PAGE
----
public through a systematic notice and comment process, complemented by 
an Agency website (www.epa.gov/pesticides/op/) and supplemented by 
public meetings and technical briefings.

    List 1. The Organophosphate Pesticides

Dichlorvos (DDVP)
Ethyl parathion
Methyl parathion
Tribufos (DEF)
* Import tolerances only; no U.S. registrations.
** Canceled or proposed for cancellation; will be included in the 
organophosphate risk assessment if import tolerances remain after 
other tolerances are revoked.
+ Reregistration Eligibility Decision has been completed.
++ Registered post-'84 (not subject to reregistration).

    During FY '99, through the ongoing public participation process for 
the OPs, EPA obtained additional health and environmental effects data, 
use data, and other information that has been valuable in revising and 
completing many of our risk assessments. EPA initiated action in early 
August 1999 to reduce the risks associated with two OPs, methyl 
parathion and azinphos methyl, based partly on information developed 
through this process. Near the end of the fiscal year, EPA began 
examining the results of the pilot process, and considering ways to 
amend the process so that it will be most effective in the future. 
During FY 2000, the Agency proposed for comment (65 FR 14199, March 15, 
2000) and plans to establish a final public participation process for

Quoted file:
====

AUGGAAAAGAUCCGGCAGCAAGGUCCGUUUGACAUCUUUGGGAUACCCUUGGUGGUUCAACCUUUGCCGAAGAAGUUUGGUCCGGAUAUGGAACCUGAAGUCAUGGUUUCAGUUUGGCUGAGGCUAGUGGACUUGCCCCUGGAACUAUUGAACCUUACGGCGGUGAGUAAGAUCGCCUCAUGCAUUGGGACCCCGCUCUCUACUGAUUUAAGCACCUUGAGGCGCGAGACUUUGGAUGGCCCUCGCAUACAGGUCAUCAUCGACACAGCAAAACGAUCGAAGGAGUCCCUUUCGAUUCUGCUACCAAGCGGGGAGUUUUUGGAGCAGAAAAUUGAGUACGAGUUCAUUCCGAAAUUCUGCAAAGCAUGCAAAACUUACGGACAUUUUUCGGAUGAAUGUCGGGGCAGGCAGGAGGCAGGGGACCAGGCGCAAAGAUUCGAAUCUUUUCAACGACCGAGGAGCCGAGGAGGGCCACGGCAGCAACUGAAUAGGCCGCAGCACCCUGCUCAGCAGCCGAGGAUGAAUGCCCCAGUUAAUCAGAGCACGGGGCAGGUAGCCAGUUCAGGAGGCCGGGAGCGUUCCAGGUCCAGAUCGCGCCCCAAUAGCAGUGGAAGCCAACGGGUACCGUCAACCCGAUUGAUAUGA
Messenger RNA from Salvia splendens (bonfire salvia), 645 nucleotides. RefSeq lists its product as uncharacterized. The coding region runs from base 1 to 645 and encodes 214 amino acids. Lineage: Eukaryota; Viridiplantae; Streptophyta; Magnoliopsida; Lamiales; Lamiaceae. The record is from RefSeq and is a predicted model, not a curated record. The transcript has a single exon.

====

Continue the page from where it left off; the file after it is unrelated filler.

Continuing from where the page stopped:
pesticides in tolerance reassessment and reregistration, encompassing 
both the OPs and other types of chemicals. Our goal is to develop a 
process that fully involves stakeholders, starting early and continuing 
throughout the development of risk assessments and risk mitigation 
options, for all pesticides still awaiting reregistration and tolerance 
reassessment decisions.
    EPA expects to present its risk management conclusions for the 
first several OP pesticides early in 2000, elucidating both risk 
mitigation measures and possible transition strategies to alternative 
pest control approaches. The Agency also is developing an approach for 
assessing cumulative risk for the OPs as a group as required by FQPA, 
and expects to issue draft guidance in 2000 for review and comment. EPA 
presented a comprehensive guidance document on cumulative risk 
assessment to the Scientific Advisory Panel in December 1999, and will 
revise its guidance as necessary based on the panel's recommendations.
    Although all individual OP tolerances were not reassessed in the 
first one-third, EPA is making significant progress with this group of 
chemicals. We expect to complete the risk assessments for each of the 
individual OP pesticides during calendar year 2000. The Agency will 
develop a cumulative assessment for all the OPs once the individual 
assessments are complete and a cumulative assessment methodology is 
    2. Fiscal Year 1999 accomplishments. During FY '99, EPA reassessed 
1,445 tolerances through the reregistration and registration programs 
and in conducting follow-up activities to revoke tolerances for 
pesticides that had been canceled previously, many as a result of 
reregistration. EPA also completed the Tolerance Reassessment Tracking 
System (TORTS), which is making it possible for the Agency to compile 
and report, accurately and consistently, numbers of tolerance 
reassessment accomplishments. We have a high degree of confidence in